Mrs Frisby and the Rats of NIMH

I had never read Robert C. O'Brien's 1971 American children's classic, despite being exactly the right age for it. Partly I think this was because I had a certain preference for British books, and perhaps partly because I wasn't that keen on rats (I'm still not!). I also didn't realise that Mrs Frisby was a mouse (which might have put me off even further!)

I came across this while browsing Brotherhood Books and thought it was about time I gave it a go. It was a thoroughly charming story, though fairly slow to start, but the pace does pick up once the backstory of the super-smart rats begins. I was bothered by some niggles which probably wouldn't have troubled me as a child reader: like the fact that the rats are taught to read ie recognise letters and words, but it's assumed that they speak English and understand human concepts, and will be able to decipher instructions like 'take the left hand door.' I don't know why this irked me more than the fact that all the rodents, including ordinary Mrs Frisby, use tools and take medicine!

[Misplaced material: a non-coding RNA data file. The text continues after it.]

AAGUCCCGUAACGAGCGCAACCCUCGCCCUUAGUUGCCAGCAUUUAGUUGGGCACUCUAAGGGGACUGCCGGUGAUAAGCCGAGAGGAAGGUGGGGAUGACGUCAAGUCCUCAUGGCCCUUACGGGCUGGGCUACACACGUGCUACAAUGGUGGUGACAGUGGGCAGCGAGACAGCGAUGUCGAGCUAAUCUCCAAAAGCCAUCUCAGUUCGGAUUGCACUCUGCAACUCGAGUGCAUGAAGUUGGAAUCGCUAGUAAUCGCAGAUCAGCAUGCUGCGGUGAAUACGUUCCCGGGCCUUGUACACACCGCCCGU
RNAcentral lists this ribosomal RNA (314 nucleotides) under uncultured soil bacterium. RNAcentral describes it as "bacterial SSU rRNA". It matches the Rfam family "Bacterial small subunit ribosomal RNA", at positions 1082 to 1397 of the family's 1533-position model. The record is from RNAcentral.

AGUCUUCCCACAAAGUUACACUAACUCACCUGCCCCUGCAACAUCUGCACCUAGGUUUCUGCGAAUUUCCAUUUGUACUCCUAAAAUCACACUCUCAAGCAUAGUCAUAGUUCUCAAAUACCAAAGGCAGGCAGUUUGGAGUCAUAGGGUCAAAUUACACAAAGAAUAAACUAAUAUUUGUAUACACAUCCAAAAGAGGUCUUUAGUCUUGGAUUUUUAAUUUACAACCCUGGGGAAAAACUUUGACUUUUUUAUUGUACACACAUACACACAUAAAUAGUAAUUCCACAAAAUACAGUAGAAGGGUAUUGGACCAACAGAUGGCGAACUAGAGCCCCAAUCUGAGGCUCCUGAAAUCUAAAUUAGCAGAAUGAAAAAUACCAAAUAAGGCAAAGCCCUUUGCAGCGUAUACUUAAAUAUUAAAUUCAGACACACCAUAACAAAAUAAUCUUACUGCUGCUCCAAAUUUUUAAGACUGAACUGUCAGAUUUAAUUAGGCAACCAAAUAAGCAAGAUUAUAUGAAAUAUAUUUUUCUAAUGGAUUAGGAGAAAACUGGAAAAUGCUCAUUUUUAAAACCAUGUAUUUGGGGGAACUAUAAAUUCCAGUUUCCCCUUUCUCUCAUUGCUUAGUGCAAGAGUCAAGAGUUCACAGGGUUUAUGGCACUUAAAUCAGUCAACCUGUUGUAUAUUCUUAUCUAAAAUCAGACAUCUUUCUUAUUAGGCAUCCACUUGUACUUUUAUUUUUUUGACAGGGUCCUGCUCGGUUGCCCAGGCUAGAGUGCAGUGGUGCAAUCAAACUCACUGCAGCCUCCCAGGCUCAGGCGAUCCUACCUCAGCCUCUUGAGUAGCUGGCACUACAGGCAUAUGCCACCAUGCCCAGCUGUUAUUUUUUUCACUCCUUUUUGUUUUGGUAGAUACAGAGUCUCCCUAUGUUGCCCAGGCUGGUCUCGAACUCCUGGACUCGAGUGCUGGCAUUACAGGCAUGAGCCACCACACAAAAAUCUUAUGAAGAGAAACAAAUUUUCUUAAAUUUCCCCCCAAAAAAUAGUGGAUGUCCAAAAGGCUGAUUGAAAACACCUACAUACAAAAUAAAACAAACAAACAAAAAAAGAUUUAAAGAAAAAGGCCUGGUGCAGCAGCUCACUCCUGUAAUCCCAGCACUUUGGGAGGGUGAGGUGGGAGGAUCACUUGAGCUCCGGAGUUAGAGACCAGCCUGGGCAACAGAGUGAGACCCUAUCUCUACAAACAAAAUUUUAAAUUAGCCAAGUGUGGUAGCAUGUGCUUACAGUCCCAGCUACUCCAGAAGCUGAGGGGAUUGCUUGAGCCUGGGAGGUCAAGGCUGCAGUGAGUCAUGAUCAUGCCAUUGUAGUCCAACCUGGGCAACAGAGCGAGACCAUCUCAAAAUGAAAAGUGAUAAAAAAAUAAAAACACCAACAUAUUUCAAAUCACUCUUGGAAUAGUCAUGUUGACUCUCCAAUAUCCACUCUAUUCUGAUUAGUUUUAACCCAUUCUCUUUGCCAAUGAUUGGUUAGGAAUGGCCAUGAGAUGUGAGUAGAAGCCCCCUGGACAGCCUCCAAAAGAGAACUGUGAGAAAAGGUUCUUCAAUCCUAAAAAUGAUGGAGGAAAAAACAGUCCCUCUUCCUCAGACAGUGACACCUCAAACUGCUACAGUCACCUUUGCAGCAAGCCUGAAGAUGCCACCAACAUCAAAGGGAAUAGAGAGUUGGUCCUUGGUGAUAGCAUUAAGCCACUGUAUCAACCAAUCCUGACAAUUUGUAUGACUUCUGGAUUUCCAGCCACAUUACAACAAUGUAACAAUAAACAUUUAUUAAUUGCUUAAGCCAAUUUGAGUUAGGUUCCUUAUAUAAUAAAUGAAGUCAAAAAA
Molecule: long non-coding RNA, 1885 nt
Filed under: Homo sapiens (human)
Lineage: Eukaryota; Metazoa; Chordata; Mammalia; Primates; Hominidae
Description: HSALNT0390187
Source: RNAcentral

I wasn't sure I was going to enjoy this much at the start, but by the end I was completely captured. It's an anthropomorphised animal adventure, not unlike 101 Dalmatians now I come to think of it, but less witty than Dodie Smith's book. It was sweet, and the ending is ambiguous, so you can read it as terribly tragic or pretty hopeful as you choose. If I'd read this when my girls were younger, I would definitely have tried it as a read-aloud. I think they would both have enjoyed it, and there are not many books that fall into that category.

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